Friday, July 04, 2008

Part III - Landmannalaugar



Leaving the Golden Circle we headed out towards Landmannalaugar. This area is known for its multi-colored mountains and the vast lava fields. If I had to name one favorite spot during this trip, this probably would be it.



To get there we would have to take the F208 mountain road, which approaches the area from the north. Up until we left for Iceland we had been a bit apprehensive, because the road was closed just two days before. Apparently this season it snowed more than the previous years, and mountain roads in general opened later than usual. Even with the jeep, I have to say that it was a really bumpy ride. The scenery, however, was quite worth it ...





We had to cross a few rivers, but they were quite shallow, except maybe for the last one, just before arriving at the Landmannalaugar site. After watching some videos out there I had been somewhat worried, but the actual experience wasn't so scary.



Arriving at the camp site, it was almost empty. The site has some good facilities, including a nice café (still closed at the time). A. had planned for us to hike the Bláhnjúkur (Blue peak), so we asked for directions and went our way. Now, had I known how hard this hike was going to be, I probably would've thought twice before going. First of all, the climb up is really, really steep. I mean, really, really steep (you get the idea, right ?).
And although there was a sort of path, it was narrow and quite slippery (lots of rocks and fine gravel which made it even more difficult). Also, if you suffer from vertigo, this hike is definitely not a good idea.


going up ...


and up ...

I didn't keep track of time but I think we made it to the first summit in about an hour or so. Two nice German ladies were in front of us, and along with another two people we saw when we were already making our way back, that was the whole sum of people we met during that afternoon.
We rested a bit after the first climb and started hiking up to the summit (where you can see the disk in some of the photos). Again, very steep, and it helps not to look down. Not sure how long that took but when we arrived at the top I was tired and very relieved.

The views, of course, are outstanding. It was worth all that effort just to be able to look at this ...










The hike down was another challenge, added to the fact that we had to cross several patches of snow and icy bits. We crossed down from the other side of the mountain, going in the direction of the lava fields. We almost turned around at one point, not sure what the right path was, but eventually we figured it out and continued down. Also, the prospect of going back the way we came was not very appealing, I have to say. At one point, we had to cross the river to reach the lava fields. I forgot to mention that we also had to cross this same river just before we started the hike up the mountain. Usually there's a small bridge you can use, but because it was so early in the season the bridge was damaged and hadn't been repaired yet. We went ahead anyway, taking off our boots and looking for the shallowest section to cross. Now that is one experience I hope I won't have to repeat. The water was freezing and I could feel the icy cold in every nerve of my body. When we crossed it that second time there was a bonus, at least. Next to it were the hot springs so we could warm our feet afterwards.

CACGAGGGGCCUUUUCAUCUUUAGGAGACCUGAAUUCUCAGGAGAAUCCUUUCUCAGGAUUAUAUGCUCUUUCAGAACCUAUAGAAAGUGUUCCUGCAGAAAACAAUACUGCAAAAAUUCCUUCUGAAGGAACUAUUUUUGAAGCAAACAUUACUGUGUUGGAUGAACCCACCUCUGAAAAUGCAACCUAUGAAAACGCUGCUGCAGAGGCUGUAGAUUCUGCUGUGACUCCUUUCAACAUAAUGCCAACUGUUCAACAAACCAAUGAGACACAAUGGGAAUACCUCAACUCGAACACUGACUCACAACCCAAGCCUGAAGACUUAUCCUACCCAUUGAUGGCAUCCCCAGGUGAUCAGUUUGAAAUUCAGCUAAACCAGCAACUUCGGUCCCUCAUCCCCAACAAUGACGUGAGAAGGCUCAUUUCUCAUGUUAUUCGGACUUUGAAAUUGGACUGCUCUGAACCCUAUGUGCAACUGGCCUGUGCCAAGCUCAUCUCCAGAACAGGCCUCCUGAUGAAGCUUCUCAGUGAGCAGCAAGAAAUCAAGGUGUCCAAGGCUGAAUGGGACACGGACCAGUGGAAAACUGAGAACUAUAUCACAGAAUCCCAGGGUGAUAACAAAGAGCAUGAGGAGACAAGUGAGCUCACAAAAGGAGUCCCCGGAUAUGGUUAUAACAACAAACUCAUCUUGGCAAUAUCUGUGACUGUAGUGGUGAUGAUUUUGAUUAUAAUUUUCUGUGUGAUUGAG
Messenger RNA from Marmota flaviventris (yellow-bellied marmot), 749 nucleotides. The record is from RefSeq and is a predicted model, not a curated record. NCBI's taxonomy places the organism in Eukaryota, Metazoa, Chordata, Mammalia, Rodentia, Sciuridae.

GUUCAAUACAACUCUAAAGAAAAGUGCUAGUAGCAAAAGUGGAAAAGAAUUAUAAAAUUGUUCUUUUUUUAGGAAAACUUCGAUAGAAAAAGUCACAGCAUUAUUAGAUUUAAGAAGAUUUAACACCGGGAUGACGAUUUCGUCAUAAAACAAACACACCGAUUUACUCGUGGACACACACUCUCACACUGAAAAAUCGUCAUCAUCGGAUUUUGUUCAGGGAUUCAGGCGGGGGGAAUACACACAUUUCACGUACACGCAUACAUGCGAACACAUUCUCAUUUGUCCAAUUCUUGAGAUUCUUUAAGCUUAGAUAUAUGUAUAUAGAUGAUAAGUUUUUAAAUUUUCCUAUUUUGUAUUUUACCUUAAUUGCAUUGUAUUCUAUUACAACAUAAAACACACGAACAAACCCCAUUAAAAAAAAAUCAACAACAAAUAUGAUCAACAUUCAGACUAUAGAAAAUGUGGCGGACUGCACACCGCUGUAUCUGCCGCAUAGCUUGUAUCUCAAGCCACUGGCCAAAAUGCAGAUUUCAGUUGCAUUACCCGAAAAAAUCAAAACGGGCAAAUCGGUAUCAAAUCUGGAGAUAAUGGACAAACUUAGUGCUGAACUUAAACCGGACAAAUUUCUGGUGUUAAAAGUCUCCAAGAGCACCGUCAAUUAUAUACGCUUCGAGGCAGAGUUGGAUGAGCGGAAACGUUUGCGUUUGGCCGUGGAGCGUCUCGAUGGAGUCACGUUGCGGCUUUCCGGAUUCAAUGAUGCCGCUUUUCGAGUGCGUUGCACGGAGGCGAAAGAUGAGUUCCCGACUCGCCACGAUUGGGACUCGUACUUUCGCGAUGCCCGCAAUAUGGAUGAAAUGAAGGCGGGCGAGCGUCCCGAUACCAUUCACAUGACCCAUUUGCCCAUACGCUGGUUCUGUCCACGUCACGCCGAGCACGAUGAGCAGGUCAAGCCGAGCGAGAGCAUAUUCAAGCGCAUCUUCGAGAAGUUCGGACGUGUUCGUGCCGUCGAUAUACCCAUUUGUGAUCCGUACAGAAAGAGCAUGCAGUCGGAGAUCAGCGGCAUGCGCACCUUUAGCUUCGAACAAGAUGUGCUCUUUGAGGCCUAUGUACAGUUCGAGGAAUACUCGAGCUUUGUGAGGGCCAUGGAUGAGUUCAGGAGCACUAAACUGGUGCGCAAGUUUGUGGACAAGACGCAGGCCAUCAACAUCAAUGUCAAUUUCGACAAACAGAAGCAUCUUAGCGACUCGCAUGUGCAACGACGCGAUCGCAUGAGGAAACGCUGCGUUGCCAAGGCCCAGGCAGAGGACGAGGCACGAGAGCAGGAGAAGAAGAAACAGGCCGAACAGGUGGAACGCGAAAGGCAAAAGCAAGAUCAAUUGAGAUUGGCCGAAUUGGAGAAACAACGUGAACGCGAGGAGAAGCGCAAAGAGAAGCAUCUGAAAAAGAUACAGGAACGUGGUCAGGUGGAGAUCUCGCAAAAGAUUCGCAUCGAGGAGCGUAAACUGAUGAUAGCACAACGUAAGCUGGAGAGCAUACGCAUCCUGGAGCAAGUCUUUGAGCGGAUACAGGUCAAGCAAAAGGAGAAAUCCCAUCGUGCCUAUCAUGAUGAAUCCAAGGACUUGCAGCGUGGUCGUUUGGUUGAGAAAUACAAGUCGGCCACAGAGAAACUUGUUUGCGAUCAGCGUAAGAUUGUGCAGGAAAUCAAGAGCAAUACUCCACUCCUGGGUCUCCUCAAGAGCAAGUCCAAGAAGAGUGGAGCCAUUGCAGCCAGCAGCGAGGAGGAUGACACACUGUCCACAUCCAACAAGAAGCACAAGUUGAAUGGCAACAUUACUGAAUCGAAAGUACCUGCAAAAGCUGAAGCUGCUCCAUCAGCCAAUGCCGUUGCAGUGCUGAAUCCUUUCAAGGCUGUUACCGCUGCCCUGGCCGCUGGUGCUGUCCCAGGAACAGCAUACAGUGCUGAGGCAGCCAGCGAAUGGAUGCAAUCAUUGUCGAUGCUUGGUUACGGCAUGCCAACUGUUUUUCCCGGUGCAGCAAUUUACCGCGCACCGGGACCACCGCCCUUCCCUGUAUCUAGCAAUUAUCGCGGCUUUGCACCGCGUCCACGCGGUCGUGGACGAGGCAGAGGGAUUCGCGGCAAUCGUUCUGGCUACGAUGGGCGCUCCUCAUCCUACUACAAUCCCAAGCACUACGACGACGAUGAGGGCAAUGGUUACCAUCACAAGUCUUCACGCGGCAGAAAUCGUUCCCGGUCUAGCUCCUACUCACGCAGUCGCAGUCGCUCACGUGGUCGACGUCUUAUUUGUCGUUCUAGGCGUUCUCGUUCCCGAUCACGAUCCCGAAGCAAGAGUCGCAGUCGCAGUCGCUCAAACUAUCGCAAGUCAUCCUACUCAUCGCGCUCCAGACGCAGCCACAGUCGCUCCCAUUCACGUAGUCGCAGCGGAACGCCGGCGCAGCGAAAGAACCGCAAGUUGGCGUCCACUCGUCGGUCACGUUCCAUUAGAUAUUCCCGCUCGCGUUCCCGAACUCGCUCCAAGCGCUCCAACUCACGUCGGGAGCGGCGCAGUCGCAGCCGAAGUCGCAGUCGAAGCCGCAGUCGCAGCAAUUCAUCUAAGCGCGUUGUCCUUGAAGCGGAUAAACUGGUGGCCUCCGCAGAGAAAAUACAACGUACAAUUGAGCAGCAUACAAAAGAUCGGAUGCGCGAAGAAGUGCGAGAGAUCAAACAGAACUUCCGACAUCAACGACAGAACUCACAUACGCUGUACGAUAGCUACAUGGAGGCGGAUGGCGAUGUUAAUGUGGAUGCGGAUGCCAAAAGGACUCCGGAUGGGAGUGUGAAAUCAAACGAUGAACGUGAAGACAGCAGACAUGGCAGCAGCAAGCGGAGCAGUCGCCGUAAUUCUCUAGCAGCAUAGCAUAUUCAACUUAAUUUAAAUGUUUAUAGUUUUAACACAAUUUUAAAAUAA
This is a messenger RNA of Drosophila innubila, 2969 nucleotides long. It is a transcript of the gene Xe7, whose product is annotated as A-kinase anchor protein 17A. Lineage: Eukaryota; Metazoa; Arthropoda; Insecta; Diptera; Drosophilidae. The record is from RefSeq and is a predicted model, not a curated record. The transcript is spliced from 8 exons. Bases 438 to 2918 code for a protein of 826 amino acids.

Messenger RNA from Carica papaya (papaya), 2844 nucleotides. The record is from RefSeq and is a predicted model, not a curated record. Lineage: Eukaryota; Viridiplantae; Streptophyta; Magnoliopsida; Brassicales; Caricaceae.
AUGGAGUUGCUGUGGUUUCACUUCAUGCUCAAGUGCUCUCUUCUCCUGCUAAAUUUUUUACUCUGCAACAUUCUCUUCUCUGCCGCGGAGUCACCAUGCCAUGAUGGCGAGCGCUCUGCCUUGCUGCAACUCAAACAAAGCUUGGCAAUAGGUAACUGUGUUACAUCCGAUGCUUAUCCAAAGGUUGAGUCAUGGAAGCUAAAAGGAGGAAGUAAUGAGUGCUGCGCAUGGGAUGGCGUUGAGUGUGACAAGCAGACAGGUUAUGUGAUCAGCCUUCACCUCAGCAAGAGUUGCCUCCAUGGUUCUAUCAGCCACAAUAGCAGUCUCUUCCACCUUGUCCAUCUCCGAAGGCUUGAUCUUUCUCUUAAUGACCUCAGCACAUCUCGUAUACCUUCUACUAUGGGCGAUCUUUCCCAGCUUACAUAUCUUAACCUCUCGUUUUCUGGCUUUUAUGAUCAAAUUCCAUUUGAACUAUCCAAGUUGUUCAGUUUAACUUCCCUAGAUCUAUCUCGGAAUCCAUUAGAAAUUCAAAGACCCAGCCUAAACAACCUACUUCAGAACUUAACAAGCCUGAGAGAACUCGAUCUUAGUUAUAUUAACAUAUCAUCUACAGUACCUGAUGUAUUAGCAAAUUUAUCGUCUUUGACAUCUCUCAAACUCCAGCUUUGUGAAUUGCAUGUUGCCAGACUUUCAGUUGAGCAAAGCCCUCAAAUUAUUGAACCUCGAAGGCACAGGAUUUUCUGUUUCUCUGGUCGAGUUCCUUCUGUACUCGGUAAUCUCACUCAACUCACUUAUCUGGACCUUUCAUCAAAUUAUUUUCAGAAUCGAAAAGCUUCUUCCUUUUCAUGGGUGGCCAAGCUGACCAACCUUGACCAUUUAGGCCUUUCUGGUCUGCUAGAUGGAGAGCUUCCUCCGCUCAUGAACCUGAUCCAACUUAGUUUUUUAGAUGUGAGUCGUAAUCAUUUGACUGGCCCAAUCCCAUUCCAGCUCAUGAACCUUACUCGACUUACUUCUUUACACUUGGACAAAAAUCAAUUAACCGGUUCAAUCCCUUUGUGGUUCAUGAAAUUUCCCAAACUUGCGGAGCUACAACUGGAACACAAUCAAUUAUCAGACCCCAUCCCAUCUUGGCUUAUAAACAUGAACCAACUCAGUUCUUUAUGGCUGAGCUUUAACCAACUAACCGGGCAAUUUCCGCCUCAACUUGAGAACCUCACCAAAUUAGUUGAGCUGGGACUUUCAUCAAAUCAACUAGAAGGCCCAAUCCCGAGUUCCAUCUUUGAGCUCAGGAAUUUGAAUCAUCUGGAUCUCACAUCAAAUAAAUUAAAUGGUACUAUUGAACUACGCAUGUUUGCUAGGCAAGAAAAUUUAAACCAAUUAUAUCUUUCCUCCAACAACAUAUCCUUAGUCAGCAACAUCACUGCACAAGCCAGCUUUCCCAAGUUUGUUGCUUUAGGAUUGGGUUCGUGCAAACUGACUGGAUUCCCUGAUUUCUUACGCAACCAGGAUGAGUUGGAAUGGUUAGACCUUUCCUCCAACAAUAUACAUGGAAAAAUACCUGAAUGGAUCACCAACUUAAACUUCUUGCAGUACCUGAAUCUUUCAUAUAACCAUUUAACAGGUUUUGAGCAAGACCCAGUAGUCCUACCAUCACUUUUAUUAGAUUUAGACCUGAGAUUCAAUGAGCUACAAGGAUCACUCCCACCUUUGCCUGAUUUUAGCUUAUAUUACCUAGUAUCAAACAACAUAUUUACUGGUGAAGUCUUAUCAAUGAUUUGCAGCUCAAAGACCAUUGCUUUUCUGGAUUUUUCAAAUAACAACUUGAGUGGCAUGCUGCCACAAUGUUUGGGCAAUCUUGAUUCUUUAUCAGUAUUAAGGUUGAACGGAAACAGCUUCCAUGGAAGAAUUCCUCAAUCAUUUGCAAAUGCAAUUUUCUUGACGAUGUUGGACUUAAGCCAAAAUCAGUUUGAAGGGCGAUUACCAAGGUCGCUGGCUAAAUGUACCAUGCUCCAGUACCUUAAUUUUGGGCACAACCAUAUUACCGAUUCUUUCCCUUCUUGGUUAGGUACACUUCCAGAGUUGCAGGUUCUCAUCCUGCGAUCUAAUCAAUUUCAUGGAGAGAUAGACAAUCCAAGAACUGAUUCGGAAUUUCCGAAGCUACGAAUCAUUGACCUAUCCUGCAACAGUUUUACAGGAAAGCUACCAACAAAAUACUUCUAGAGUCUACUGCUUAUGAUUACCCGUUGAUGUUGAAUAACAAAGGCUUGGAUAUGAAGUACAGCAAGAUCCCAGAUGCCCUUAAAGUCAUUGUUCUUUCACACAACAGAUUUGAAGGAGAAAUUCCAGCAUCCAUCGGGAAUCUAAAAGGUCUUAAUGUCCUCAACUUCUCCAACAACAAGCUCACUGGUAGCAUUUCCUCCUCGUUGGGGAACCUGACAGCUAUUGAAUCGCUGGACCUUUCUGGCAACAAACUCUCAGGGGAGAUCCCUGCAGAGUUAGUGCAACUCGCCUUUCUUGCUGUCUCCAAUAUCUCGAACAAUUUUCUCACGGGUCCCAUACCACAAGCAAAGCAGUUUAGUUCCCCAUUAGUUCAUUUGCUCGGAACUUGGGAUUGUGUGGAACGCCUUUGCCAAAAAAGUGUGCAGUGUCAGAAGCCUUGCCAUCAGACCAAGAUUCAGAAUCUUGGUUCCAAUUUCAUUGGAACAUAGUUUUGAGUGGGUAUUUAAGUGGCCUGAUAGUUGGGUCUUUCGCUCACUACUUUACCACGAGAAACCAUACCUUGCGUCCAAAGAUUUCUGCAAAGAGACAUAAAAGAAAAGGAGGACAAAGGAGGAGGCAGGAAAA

The hike through the lava fields was more relaxed. A. went to check the hot springs but the rest of us were so tired we just rested for a while. There was a lot of snow on the ground still, so we had to be careful, but eventually we made it to the river side and followed the path back to the camp site again.

Thank god for the midnight sun, because when we got back it was already past 8 o'clock but the sun was still shining strong. The duration of the whole hike was probably around 5 hours, with a couple of small breaks in between.





I wish we had planned more time for this special place, but unfortunately it was time to return.

Back to Reykjavik we drove through a different road. We decided to take the F225, which passes right next to the Hekla volcano (the one that is supposed to be erupting anytime now).







It's a much better ride than the F208, and more scenic as well. Of course by the time we rejoined the Ring Road it was past the opening hours of most restaurants, so we drove until Selfoss, where the latest earthquake happened. Icelandic houses must really be built to sustain earthquakes quite well, because I hardly saw any signs of damage in the streets. We didn't find any restaurants or cafés opened at 11 PM, but there was the hot dog stand and some sandwiches at the gas station, which was enough. We were so exhausted, but it had been an amazing day. On our next visit to Iceland we will surely make the 4 day hike from Landmannalaugar to Thorsmork (our destination for the next day), a popular hike and probably one of the most beautiful.





Itinerary
From Gullfoss, roads 35,31,32, F26 and F208 to Landmannalaugar
From Landmannalaugar, road F225, and then 26 (part gravel) to the Ring Road
Ring road back to Reykjavik, with a brief stop in Selfoss

More photos at Flickr here

3 comments:

Tania P. said...

Santa Natureza!
E q inveja... Poder banhar os olhos com essa paisagem... Felizmente, és um fantástica repórter de viagens!
Obrigada por nos deixares ir de férias contigo :)

Verity said...

wow! looks amazing. Some of the photos look they are from another planet!

monica said...

stunning photos!

I have to show these to my husband, I've been trying to convince him to go there for years!!